The next night once darkness fell, my mother cooked and we shared a candlelit meal.  We played cards and passed the time.  (We did not yet know the devastation that was happening mere minutes from us.)

 

 

On Halloween, my cousin’s power was restored, so we brought all the children to her house in their costumes.  We did not disrespect the families whose lives had been ravaged by this storm.  We spent most of the day talking about their suffering, discussing what we had that would be useful to donate and whether or not we could volunteer.  But the kids were able to celebrate the holiday together with smiles, candy, and pictures.  And we were able to share our thoughts of fear and sympathy with each other.

As I said, we were lucky.  We weren’t truly affected by this storm.  But I imagine for those that were, who lost homes, cars, and most tragically love ones, family was indescribably important.  I needed my family during this storm, but if I were really hit by Sandy and her aftermath, I would have needed them so much more.  For me, that is a reason to stay on Staten Island with my husband and daughter: to be where our families are, to know that when we really need them, they are only a few minutes away.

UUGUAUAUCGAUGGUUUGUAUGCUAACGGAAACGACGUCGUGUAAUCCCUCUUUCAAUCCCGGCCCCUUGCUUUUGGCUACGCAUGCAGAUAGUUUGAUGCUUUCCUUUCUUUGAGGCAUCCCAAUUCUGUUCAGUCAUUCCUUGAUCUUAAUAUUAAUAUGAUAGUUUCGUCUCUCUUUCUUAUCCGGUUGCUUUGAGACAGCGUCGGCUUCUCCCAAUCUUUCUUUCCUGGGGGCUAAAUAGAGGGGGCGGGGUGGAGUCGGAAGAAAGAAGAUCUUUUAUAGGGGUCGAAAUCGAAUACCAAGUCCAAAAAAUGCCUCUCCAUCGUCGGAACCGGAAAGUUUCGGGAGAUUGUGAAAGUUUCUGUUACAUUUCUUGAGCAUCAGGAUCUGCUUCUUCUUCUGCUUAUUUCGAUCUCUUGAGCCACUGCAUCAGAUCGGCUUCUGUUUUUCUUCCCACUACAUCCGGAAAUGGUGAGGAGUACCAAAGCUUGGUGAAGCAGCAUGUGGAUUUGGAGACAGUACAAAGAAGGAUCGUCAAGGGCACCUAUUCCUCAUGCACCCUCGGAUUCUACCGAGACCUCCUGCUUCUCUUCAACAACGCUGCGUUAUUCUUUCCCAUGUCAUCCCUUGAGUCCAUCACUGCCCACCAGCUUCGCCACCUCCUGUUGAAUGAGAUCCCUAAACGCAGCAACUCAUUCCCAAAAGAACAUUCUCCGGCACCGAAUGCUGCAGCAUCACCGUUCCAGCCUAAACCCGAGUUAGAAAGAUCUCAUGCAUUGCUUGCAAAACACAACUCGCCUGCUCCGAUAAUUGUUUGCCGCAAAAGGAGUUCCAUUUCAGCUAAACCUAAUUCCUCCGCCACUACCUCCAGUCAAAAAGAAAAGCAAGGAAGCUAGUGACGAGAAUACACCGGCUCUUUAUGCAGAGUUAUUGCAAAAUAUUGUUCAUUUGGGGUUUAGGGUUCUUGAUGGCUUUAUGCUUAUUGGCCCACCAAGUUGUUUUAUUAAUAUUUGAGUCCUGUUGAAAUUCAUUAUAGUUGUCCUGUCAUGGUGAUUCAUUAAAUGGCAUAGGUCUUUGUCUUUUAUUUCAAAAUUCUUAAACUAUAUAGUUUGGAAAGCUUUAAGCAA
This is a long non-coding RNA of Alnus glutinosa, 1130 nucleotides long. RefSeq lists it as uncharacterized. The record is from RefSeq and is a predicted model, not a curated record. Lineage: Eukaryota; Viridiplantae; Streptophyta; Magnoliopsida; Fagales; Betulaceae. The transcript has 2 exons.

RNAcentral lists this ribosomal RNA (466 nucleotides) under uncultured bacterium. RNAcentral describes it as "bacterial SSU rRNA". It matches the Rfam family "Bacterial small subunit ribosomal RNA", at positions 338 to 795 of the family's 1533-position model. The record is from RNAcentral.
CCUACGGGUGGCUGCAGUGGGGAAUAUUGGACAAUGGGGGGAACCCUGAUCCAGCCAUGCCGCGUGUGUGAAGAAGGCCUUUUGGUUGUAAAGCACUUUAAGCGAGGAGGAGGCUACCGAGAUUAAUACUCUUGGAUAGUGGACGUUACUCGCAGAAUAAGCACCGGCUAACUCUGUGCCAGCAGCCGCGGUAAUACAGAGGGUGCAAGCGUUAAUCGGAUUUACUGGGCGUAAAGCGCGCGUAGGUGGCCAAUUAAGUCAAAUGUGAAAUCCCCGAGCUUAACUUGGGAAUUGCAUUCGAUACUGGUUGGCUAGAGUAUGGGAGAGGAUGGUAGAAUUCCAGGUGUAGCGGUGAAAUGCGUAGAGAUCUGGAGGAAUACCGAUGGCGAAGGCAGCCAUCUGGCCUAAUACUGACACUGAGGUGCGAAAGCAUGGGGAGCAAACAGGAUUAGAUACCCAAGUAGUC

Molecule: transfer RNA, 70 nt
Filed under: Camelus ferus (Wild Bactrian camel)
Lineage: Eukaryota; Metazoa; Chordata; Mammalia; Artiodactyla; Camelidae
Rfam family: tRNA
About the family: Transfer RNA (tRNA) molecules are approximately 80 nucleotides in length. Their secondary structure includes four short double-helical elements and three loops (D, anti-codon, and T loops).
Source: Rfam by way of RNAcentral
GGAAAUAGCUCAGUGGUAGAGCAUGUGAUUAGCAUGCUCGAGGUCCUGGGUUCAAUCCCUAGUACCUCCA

Love Thy Neighbor

People say a lot of negative things about Staten Island.  Supposedly everyone here is materialistic with poor manners, bad mouths, and misplaced arrogance.  I’m not going to say none of these things are true or that no one on Staten Island fits that description.

But you know what else the people of Staten Island are? Determined, resilient, loyal, generous, and kind.  I know this is true because of the two life-changing events that have devastated this island in the past twelve years.

The first was 9/11.  Staten Island lost more people than any other community; my father was one of them.  My family and I were completely overwhelmed by the community support we received after that day.  It may seem cliche to use the word overwhelmed, but that’s exactly what we were.  Strangers arrived at our doorstep with hot meals, enough each time to feed the thirty or more people at my house each day.  Neighbors sent cards with kind words of encouragement.  Store owners hung my father’s picture in their windows and praised him to anyone who would listen.  When we held candle vigils on our front lawn, passing drivers pulled their cars over, forgetting their destinations and joining us in prayer instead.  Angels’ Circle was started by Wendy Pellegrino, a woman who I believe had no direct ties to 9/11.  She and other Staten Islanders have donated their time and money in keeping the memorial standing and beautiful for the past 12 years.  As a “victim” of 9/11, I saw firsthand how incredible the people of Staten Island can be.